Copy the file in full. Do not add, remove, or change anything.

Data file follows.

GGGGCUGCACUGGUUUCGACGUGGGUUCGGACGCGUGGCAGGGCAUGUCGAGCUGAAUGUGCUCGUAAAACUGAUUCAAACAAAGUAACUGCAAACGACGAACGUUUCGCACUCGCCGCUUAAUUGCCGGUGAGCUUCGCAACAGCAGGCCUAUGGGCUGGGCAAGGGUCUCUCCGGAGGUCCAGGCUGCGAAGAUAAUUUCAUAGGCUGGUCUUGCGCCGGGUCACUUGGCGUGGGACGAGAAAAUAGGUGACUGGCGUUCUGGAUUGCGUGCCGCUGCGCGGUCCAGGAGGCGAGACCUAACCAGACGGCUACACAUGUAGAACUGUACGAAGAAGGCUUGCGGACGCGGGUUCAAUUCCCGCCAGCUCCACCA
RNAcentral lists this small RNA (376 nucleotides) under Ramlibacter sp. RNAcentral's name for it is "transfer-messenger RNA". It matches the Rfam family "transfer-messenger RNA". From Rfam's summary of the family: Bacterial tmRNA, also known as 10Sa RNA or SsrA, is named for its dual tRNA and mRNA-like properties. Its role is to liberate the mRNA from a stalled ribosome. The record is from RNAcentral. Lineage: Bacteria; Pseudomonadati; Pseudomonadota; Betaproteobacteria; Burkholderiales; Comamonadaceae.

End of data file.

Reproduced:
GGGGCUGCACUGGUUUCGACGUGGGUUCGGACGCGUGGCAGGGCAUGUCGAGCUGAAUGUGCUCGUAAAACUGAUUCAAACAAAGUAACUGCAAACGACGAACGUUUCGCACUCGCCGCUUAAUUGCCGGUGAGCUUCGCAACAGCAGGCCUAUGGGCUGGGCAAGGGUCUCUCCGGAGGUCCAGGCUGCGAAGAUAAUUUCAUAGGCUGGUCUUGCGCCGGGUCACUUGGCGUGGGACGAGAAAAUAGGUGACUGGCGUUCUGGAUUGCGUGCCGCUGCGCGGUCCAGGAGGCGAGACCUAACCAGACGGCUACACAUGUAGAACUGUACGAAGAAGGCUUGCGGACGCGGGUUCAAUUCCCGCCAGCUCCACCA
RNAcentral lists this small RNA (376 nucleotides) under Ramlibacter sp. RNAcentral's name for it is "transfer-messenger RNA". It matches the Rfam family "transfer-messenger RNA". From Rfam's summary of the family: Bacterial tmRNA, also known as 10Sa RNA or SsrA, is named for its dual tRNA and mRNA-like properties. Its role is to liberate the mRNA from a stalled ribosome. The record is from RNAcentral. Lineage: Bacteria; Pseudomonadati; Pseudomonadota; Betaproteobacteria; Burkholderiales; Comamonadaceae.